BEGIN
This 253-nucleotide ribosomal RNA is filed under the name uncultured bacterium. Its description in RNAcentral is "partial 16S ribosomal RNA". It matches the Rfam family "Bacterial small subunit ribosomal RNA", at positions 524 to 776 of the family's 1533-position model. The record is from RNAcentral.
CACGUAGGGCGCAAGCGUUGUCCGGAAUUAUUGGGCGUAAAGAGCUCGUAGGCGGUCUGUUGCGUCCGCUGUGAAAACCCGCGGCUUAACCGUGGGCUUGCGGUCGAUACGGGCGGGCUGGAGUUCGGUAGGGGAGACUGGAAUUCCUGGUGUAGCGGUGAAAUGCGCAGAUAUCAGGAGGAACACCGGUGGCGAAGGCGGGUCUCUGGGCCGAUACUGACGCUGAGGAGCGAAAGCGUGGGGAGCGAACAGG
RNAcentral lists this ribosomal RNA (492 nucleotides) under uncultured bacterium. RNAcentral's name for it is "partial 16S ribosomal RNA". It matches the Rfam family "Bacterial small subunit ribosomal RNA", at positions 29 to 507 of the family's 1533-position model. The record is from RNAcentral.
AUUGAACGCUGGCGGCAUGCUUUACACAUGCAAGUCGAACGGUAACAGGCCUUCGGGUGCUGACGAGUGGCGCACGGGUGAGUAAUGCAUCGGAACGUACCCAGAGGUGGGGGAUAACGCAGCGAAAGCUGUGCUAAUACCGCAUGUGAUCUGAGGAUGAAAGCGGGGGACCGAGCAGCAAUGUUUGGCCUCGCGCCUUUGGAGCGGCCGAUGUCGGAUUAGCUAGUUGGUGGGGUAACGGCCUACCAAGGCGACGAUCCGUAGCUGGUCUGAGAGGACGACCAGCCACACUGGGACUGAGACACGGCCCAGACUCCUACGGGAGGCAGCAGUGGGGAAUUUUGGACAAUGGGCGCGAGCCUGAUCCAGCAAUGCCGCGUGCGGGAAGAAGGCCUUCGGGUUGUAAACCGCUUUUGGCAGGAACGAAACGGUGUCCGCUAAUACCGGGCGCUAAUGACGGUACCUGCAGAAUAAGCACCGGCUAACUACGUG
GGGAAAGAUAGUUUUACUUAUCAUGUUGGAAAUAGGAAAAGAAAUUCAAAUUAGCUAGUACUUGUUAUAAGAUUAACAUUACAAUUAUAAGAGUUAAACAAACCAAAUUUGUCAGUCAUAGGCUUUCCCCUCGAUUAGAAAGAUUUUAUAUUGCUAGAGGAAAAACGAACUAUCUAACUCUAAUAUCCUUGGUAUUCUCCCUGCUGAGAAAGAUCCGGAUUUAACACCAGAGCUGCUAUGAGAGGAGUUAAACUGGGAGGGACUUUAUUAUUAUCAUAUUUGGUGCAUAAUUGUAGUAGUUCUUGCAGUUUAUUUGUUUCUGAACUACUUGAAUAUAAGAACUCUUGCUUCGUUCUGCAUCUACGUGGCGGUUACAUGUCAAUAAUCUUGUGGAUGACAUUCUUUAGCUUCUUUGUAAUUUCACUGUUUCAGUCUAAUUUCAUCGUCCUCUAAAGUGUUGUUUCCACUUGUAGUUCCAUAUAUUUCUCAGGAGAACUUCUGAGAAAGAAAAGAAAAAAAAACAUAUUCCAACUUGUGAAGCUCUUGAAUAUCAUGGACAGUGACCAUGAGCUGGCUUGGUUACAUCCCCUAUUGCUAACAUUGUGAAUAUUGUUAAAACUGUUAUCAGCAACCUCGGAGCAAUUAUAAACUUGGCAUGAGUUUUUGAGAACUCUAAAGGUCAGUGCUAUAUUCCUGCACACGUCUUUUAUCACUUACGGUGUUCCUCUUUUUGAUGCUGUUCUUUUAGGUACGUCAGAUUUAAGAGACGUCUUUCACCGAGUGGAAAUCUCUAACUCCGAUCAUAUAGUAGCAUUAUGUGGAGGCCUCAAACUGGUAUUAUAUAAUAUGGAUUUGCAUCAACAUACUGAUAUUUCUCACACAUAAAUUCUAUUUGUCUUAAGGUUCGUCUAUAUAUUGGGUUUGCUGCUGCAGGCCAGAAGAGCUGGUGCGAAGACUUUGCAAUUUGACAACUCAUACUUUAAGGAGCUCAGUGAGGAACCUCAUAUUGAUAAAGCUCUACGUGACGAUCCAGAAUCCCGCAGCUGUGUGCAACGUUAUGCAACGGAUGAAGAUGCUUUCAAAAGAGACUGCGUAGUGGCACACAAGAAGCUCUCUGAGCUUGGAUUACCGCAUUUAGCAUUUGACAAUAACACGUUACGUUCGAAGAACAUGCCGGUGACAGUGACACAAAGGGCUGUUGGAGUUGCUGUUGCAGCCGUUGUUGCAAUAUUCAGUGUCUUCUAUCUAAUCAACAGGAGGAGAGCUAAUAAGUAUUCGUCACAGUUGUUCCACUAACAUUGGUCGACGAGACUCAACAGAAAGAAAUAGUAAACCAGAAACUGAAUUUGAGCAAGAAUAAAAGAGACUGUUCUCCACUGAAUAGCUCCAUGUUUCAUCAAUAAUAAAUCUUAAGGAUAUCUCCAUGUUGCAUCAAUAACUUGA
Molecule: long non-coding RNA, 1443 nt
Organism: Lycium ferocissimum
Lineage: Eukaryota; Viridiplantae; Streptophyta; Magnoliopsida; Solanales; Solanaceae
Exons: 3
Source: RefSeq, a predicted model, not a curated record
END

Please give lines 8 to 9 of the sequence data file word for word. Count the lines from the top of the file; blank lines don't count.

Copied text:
Lineage: Eukaryota; Viridiplantae; Streptophyta; Magnoliopsida; Solanales; Solanaceae
Exons: 3